Hakyll is a static site generator, like Jekyll, written in Haskell. At one point I decided to clean up my site source’s directory structure by creating a separate provider directory. This triggered a bug in the latest stable release at the time ( which caused the preview component to enter an infinite loop. The preview component simply watches files and recompiles them when you edit them for quick previewing on a locally-hosted web server. I found that this problem was indirectly solved in the unreleased master branch as a result of a significant change to the preview component that used specific operating systems’ file notification APIs. That is, instead of the previous manual polling of the files, it would use inotify on Linux for example.

All worked perfectly well on Linux, however, when I tried it on Windows I experienced very odd behavior in which the program seemed to freeze right after generating/compiling the site. Sometimes it would manage to output a single “L”. I remembered that previously, it displayed a message such as “Listening on,” so I concluded that somehow it was being interrupted. I found more evidence to back this hypothesis when I noticed that saving a file—thereby generating a file system event and triggering the callback established in the preview component of Hakyll (which simply recompiled the file that had been modified)—would cause the program to print a bit more of the message. “L” became “Lis” became “Listeni” and so on. Furthermore, attempting to load a page would time out unless a file was excessively saved to trigger the file system event callback—presumably affording the server’s green thread enough time slices for it to respond to the request before the time out.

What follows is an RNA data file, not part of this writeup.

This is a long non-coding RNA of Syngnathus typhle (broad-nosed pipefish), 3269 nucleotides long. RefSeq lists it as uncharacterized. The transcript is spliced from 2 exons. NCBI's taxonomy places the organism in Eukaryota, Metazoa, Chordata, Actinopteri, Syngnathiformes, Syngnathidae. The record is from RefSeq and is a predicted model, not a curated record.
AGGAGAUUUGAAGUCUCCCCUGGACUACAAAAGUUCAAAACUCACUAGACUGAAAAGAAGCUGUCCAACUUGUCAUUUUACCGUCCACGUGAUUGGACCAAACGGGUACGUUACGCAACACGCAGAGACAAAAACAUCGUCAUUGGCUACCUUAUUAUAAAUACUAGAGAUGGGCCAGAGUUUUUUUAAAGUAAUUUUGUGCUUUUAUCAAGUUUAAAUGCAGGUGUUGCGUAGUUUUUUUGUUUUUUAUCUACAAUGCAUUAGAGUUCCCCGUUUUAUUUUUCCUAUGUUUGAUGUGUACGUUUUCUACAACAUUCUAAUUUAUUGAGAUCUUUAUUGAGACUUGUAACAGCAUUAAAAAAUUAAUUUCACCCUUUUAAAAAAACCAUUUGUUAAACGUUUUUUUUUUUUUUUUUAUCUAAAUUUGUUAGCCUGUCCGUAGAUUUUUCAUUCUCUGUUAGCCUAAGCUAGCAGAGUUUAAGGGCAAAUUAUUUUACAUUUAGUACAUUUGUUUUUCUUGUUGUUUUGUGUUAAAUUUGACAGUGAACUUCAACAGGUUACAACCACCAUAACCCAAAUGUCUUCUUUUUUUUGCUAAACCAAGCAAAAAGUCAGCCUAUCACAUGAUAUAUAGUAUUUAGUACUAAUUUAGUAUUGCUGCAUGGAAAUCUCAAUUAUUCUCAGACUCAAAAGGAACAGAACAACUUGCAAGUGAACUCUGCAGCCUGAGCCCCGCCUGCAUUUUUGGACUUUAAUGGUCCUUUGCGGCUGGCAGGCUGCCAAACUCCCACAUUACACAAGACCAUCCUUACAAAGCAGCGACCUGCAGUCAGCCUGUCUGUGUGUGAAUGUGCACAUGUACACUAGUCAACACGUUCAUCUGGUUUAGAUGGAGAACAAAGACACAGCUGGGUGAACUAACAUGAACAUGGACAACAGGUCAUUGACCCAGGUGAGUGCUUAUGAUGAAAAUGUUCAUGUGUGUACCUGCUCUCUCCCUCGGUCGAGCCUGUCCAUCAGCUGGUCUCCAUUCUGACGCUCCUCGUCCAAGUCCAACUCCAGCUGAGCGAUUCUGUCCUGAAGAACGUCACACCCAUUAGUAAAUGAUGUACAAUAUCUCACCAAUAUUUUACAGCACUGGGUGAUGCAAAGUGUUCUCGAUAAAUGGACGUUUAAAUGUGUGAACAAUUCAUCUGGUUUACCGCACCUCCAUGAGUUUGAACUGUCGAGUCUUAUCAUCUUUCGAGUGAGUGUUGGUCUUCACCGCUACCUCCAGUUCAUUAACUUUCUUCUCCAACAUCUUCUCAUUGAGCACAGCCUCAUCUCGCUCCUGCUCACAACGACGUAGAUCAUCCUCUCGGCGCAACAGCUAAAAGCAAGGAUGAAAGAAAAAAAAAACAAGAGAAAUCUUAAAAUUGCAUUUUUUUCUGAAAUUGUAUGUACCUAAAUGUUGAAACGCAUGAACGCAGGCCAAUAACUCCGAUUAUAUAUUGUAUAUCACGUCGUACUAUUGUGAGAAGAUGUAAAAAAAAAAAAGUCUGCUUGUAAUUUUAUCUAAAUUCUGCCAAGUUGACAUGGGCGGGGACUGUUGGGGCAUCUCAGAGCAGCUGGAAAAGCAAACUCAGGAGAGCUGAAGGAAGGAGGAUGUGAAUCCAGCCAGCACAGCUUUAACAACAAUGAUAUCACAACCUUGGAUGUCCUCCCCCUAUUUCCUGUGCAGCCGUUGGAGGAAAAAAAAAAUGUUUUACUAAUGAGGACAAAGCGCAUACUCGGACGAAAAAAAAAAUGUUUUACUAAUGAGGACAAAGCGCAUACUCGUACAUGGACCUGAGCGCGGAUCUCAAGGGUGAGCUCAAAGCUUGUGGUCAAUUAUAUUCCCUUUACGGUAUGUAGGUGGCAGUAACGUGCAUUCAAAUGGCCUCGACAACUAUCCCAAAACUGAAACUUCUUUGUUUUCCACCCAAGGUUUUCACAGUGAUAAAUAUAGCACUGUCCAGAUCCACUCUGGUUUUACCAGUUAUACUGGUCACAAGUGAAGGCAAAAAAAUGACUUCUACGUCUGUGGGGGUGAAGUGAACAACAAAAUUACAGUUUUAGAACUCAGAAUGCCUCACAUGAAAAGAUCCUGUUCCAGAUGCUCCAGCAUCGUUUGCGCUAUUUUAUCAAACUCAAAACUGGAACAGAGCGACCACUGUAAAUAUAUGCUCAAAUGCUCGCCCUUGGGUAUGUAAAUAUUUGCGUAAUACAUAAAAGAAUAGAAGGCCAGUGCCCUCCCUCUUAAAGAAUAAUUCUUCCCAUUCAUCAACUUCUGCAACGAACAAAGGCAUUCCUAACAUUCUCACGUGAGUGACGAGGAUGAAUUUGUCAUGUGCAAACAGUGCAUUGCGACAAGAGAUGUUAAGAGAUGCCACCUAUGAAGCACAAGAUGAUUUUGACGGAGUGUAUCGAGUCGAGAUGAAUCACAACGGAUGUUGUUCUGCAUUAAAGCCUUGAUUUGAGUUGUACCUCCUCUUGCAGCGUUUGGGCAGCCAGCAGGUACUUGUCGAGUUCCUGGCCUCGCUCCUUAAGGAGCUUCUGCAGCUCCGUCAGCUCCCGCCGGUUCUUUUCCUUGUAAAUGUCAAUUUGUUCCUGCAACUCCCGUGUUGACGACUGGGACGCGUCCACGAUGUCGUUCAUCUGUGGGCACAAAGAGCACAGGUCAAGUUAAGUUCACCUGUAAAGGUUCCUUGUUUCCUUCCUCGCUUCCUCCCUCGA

Upon analyzing the Hakyll source and noticing that it indirectly used the foreign function interface for interfacing with the host OS’ file system events API, I found this relevant bit of information in the GHC documentation:

Different Haskell implementations have different characteristics with regard to which operations block all threads.

Using GHC without the -threaded option, all foreign calls will block all other Haskell threads in the system, although I/O operations will not. With the -threaded option, only foreign calls with the unsafe attribute will block all other threads.

Compiling with the -threaded flag solved that problem. However, now the problem was that saving a file would yield a “permission denied” error in the Hakyll program. I eventually came to realize that this was inherent behavior in the file system events API abstracted by the file system events Haskell package. The problem consisted of there being the possibility that the notification for a file having been modified, for example, would be sent and received/processed before the program (that caused that event to fire) had a chance to finish the actual writing that triggered the event to begin with. The workaround I came up with consisted of simply attempting to open the file—success of which would indicate that the other process had already finished writing to the file—and if this was not possible, sleep for a bit before trying again.

The only other alternative we could think of was switching to a polling system for Windows. This was unfeasible because the file system events package didn’t expose a way to force this, which would require us to implement it ourselves and would add significant overhead in performance, since every file would be polled periodically for changes, as opposed to this workaround which would poll a single file only if it wasn’t able to open it on the first try.

This change made it into Hakyll

August 27, 2015
57fed1c — March 15, 2024